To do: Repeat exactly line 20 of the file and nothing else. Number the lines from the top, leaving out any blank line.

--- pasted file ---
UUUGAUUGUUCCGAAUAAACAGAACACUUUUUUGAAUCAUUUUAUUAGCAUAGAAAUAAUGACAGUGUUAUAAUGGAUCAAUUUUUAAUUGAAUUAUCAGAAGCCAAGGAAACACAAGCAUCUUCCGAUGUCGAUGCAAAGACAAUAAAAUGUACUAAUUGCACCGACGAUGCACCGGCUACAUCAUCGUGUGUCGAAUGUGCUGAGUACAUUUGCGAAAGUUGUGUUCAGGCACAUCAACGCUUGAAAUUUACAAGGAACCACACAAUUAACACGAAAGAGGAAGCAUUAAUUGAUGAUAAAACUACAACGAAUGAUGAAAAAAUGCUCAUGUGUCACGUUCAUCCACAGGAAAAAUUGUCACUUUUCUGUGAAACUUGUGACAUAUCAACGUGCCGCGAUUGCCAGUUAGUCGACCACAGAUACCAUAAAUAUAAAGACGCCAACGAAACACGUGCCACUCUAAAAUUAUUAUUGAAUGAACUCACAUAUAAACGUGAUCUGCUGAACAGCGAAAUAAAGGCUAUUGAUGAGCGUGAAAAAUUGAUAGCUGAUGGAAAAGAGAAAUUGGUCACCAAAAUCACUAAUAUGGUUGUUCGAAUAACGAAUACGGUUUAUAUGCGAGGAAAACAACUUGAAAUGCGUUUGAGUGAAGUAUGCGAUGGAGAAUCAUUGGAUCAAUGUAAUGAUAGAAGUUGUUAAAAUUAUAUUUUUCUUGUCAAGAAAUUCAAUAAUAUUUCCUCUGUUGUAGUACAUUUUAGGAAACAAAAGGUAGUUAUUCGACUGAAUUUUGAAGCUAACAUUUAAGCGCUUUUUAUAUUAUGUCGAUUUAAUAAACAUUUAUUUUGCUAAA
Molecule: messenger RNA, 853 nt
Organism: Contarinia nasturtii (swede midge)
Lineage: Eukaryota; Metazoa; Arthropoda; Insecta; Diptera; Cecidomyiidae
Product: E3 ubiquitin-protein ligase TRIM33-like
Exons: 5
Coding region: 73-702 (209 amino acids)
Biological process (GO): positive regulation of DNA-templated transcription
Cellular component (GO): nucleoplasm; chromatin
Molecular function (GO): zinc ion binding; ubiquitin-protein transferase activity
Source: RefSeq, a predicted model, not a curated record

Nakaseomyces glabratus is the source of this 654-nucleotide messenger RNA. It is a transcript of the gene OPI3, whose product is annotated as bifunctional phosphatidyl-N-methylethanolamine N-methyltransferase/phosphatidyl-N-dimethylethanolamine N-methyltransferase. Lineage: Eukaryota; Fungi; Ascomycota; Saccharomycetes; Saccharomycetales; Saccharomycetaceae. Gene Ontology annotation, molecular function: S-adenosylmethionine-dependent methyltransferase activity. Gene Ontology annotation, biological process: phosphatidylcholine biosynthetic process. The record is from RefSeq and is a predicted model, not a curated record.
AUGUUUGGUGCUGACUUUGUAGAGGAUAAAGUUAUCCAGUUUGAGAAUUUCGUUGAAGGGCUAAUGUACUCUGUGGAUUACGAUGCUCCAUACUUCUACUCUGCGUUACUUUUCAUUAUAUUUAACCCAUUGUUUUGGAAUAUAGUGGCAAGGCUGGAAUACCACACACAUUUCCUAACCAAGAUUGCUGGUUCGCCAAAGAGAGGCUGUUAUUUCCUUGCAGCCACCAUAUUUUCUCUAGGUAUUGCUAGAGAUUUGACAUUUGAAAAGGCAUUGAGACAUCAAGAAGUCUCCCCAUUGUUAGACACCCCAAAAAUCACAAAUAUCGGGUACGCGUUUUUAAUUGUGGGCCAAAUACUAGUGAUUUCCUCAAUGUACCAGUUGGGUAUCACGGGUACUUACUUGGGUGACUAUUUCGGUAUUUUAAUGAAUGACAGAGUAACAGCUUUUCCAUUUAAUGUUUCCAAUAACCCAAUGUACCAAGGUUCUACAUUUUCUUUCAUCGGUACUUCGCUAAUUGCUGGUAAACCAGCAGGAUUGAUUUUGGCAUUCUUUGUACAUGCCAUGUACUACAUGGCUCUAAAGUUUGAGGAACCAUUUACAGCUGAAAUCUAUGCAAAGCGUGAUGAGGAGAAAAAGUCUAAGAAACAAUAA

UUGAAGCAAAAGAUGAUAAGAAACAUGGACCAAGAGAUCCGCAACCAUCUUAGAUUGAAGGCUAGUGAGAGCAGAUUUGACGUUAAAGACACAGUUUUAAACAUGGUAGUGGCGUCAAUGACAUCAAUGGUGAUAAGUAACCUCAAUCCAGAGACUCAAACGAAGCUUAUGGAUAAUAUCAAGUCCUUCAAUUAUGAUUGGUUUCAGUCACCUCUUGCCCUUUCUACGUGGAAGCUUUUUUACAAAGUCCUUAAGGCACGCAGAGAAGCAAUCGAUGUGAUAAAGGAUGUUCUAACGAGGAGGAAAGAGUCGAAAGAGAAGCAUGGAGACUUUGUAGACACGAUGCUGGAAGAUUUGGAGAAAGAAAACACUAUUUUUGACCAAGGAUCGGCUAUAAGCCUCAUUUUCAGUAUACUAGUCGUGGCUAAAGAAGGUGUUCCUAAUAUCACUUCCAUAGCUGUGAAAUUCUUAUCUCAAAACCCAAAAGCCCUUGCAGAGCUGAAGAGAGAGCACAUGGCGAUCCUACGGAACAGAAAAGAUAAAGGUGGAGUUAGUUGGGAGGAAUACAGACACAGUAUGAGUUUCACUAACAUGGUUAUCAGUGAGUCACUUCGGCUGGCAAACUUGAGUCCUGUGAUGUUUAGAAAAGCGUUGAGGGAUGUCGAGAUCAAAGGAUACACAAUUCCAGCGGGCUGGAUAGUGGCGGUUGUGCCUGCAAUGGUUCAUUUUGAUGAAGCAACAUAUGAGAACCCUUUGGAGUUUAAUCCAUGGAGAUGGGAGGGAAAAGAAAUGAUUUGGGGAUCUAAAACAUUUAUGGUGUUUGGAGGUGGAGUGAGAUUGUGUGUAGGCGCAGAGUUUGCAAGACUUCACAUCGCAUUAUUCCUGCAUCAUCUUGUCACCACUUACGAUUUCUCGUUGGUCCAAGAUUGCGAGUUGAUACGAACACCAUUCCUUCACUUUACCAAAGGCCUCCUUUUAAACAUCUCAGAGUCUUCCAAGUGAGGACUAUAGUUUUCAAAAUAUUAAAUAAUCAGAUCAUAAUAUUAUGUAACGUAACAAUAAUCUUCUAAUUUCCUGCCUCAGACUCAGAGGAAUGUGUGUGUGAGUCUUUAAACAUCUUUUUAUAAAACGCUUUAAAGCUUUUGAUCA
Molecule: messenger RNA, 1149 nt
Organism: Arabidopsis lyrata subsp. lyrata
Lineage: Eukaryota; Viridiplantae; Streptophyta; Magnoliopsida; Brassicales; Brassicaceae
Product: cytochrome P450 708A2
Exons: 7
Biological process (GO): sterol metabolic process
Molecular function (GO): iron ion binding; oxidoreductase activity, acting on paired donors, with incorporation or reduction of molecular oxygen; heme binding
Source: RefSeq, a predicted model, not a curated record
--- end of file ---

Biological process (GO): sterol metabolic process